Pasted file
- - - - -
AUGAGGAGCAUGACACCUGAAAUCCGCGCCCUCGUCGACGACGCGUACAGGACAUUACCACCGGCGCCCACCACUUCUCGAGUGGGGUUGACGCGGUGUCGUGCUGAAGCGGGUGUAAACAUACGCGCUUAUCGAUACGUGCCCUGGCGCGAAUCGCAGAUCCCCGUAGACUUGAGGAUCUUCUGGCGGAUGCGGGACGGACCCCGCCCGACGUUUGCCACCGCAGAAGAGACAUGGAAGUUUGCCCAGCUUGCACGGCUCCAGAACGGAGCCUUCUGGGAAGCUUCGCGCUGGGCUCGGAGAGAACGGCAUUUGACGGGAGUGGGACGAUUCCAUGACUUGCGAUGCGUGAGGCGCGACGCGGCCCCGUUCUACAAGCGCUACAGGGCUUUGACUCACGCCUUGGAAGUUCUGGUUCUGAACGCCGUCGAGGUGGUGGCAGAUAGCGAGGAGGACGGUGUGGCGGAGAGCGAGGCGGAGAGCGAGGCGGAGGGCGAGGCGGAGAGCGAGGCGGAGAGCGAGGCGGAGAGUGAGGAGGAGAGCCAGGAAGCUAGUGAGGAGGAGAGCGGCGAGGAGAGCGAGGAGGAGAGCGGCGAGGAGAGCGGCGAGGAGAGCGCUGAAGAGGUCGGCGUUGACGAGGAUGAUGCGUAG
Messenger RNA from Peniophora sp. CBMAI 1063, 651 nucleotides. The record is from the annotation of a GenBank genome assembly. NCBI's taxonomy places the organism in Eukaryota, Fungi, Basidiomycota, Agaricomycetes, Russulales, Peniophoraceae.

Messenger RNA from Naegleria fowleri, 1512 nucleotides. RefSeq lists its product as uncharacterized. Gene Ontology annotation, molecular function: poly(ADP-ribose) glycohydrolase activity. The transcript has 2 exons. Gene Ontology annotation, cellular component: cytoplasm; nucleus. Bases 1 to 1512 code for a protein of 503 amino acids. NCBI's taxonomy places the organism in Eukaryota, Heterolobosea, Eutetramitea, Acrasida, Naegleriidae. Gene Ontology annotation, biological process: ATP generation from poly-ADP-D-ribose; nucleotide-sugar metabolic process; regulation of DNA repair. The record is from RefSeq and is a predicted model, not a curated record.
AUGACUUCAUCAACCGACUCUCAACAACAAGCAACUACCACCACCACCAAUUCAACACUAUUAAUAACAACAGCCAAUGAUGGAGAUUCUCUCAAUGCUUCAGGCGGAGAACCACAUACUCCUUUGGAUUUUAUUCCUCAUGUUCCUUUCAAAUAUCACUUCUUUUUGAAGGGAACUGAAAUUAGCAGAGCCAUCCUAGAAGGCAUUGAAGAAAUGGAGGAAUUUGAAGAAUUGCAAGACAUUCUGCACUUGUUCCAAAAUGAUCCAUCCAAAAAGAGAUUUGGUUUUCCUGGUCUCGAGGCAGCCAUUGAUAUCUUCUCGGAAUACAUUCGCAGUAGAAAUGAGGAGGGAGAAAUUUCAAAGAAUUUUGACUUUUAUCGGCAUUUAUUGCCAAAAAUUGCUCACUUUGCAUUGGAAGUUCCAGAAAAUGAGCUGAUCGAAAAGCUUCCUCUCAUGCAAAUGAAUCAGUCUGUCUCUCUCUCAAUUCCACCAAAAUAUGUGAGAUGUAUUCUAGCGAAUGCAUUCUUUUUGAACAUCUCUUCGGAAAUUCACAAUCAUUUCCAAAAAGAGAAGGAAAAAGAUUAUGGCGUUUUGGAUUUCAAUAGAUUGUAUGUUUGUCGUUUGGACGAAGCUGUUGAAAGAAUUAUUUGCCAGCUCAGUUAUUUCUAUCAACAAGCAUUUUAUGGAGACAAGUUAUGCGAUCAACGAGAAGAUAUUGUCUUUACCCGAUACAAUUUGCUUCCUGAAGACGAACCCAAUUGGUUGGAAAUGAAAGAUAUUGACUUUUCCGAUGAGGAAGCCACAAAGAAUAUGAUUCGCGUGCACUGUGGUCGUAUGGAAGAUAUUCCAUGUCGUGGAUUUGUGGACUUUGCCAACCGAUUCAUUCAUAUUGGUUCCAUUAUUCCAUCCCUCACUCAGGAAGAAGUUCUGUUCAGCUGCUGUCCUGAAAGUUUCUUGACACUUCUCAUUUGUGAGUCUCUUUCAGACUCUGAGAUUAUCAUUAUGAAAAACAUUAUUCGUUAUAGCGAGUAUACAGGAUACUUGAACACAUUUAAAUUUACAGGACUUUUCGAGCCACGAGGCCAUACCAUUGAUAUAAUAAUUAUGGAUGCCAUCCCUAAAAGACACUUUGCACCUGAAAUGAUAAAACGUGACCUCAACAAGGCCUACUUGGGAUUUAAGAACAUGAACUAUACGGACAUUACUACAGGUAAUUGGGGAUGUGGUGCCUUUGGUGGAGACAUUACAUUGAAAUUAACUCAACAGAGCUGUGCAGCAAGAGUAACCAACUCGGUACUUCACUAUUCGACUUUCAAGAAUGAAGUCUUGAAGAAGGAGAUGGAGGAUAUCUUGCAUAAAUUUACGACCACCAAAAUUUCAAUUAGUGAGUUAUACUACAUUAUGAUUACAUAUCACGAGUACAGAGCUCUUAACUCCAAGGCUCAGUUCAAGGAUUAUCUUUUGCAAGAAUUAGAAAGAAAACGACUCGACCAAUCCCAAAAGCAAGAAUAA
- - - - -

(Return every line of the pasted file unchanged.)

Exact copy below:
AUGAGGAGCAUGACACCUGAAAUCCGCGCCCUCGUCGACGACGCGUACAGGACAUUACCACCGGCGCCCACCACUUCUCGAGUGGGGUUGACGCGGUGUCGUGCUGAAGCGGGUGUAAACAUACGCGCUUAUCGAUACGUGCCCUGGCGCGAAUCGCAGAUCCCCGUAGACUUGAGGAUCUUCUGGCGGAUGCGGGACGGACCCCGCCCGACGUUUGCCACCGCAGAAGAGACAUGGAAGUUUGCCCAGCUUGCACGGCUCCAGAACGGAGCCUUCUGGGAAGCUUCGCGCUGGGCUCGGAGAGAACGGCAUUUGACGGGAGUGGGACGAUUCCAUGACUUGCGAUGCGUGAGGCGCGACGCGGCCCCGUUCUACAAGCGCUACAGGGCUUUGACUCACGCCUUGGAAGUUCUGGUUCUGAACGCCGUCGAGGUGGUGGCAGAUAGCGAGGAGGACGGUGUGGCGGAGAGCGAGGCGGAGAGCGAGGCGGAGGGCGAGGCGGAGAGCGAGGCGGAGAGCGAGGCGGAGAGUGAGGAGGAGAGCCAGGAAGCUAGUGAGGAGGAGAGCGGCGAGGAGAGCGAGGAGGAGAGCGGCGAGGAGAGCGGCGAGGAGAGCGCUGAAGAGGUCGGCGUUGACGAGGAUGAUGCGUAG
Messenger RNA from Peniophora sp. CBMAI 1063, 651 nucleotides. The record is from the annotation of a GenBank genome assembly. NCBI's taxonomy places the organism in Eukaryota, Fungi, Basidiomycota, Agaricomycetes, Russulales, Peniophoraceae.

Messenger RNA from Naegleria fowleri, 1512 nucleotides. RefSeq lists its product as uncharacterized. Gene Ontology annotation, molecular function: poly(ADP-ribose) glycohydrolase activity. The transcript has 2 exons. Gene Ontology annotation, cellular component: cytoplasm; nucleus. Bases 1 to 1512 code for a protein of 503 amino acids. NCBI's taxonomy places the organism in Eukaryota, Heterolobosea, Eutetramitea, Acrasida, Naegleriidae. Gene Ontology annotation, biological process: ATP generation from poly-ADP-D-ribose; nucleotide-sugar metabolic process; regulation of DNA repair. The record is from RefSeq and is a predicted model, not a curated record.
AUGACUUCAUCAACCGACUCUCAACAACAAGCAACUACCACCACCACCAAUUCAACACUAUUAAUAACAACAGCCAAUGAUGGAGAUUCUCUCAAUGCUUCAGGCGGAGAACCACAUACUCCUUUGGAUUUUAUUCCUCAUGUUCCUUUCAAAUAUCACUUCUUUUUGAAGGGAACUGAAAUUAGCAGAGCCAUCCUAGAAGGCAUUGAAGAAAUGGAGGAAUUUGAAGAAUUGCAAGACAUUCUGCACUUGUUCCAAAAUGAUCCAUCCAAAAAGAGAUUUGGUUUUCCUGGUCUCGAGGCAGCCAUUGAUAUCUUCUCGGAAUACAUUCGCAGUAGAAAUGAGGAGGGAGAAAUUUCAAAGAAUUUUGACUUUUAUCGGCAUUUAUUGCCAAAAAUUGCUCACUUUGCAUUGGAAGUUCCAGAAAAUGAGCUGAUCGAAAAGCUUCCUCUCAUGCAAAUGAAUCAGUCUGUCUCUCUCUCAAUUCCACCAAAAUAUGUGAGAUGUAUUCUAGCGAAUGCAUUCUUUUUGAACAUCUCUUCGGAAAUUCACAAUCAUUUCCAAAAAGAGAAGGAAAAAGAUUAUGGCGUUUUGGAUUUCAAUAGAUUGUAUGUUUGUCGUUUGGACGAAGCUGUUGAAAGAAUUAUUUGCCAGCUCAGUUAUUUCUAUCAACAAGCAUUUUAUGGAGACAAGUUAUGCGAUCAACGAGAAGAUAUUGUCUUUACCCGAUACAAUUUGCUUCCUGAAGACGAACCCAAUUGGUUGGAAAUGAAAGAUAUUGACUUUUCCGAUGAGGAAGCCACAAAGAAUAUGAUUCGCGUGCACUGUGGUCGUAUGGAAGAUAUUCCAUGUCGUGGAUUUGUGGACUUUGCCAACCGAUUCAUUCAUAUUGGUUCCAUUAUUCCAUCCCUCACUCAGGAAGAAGUUCUGUUCAGCUGCUGUCCUGAAAGUUUCUUGACACUUCUCAUUUGUGAGUCUCUUUCAGACUCUGAGAUUAUCAUUAUGAAAAACAUUAUUCGUUAUAGCGAGUAUACAGGAUACUUGAACACAUUUAAAUUUACAGGACUUUUCGAGCCACGAGGCCAUACCAUUGAUAUAAUAAUUAUGGAUGCCAUCCCUAAAAGACACUUUGCACCUGAAAUGAUAAAACGUGACCUCAACAAGGCCUACUUGGGAUUUAAGAACAUGAACUAUACGGACAUUACUACAGGUAAUUGGGGAUGUGGUGCCUUUGGUGGAGACAUUACAUUGAAAUUAACUCAACAGAGCUGUGCAGCAAGAGUAACCAACUCGGUACUUCACUAUUCGACUUUCAAGAAUGAAGUCUUGAAGAAGGAGAUGGAGGAUAUCUUGCAUAAAUUUACGACCACCAAAAUUUCAAUUAGUGAGUUAUACUACAUUAUGAUUACAUAUCACGAGUACAGAGCUCUUAACUCCAAGGCUCAGUUCAAGGAUUAUCUUUUGCAAGAAUUAGAAAGAAAACGACUCGACCAAUCCCAAAAGCAAGAAUAA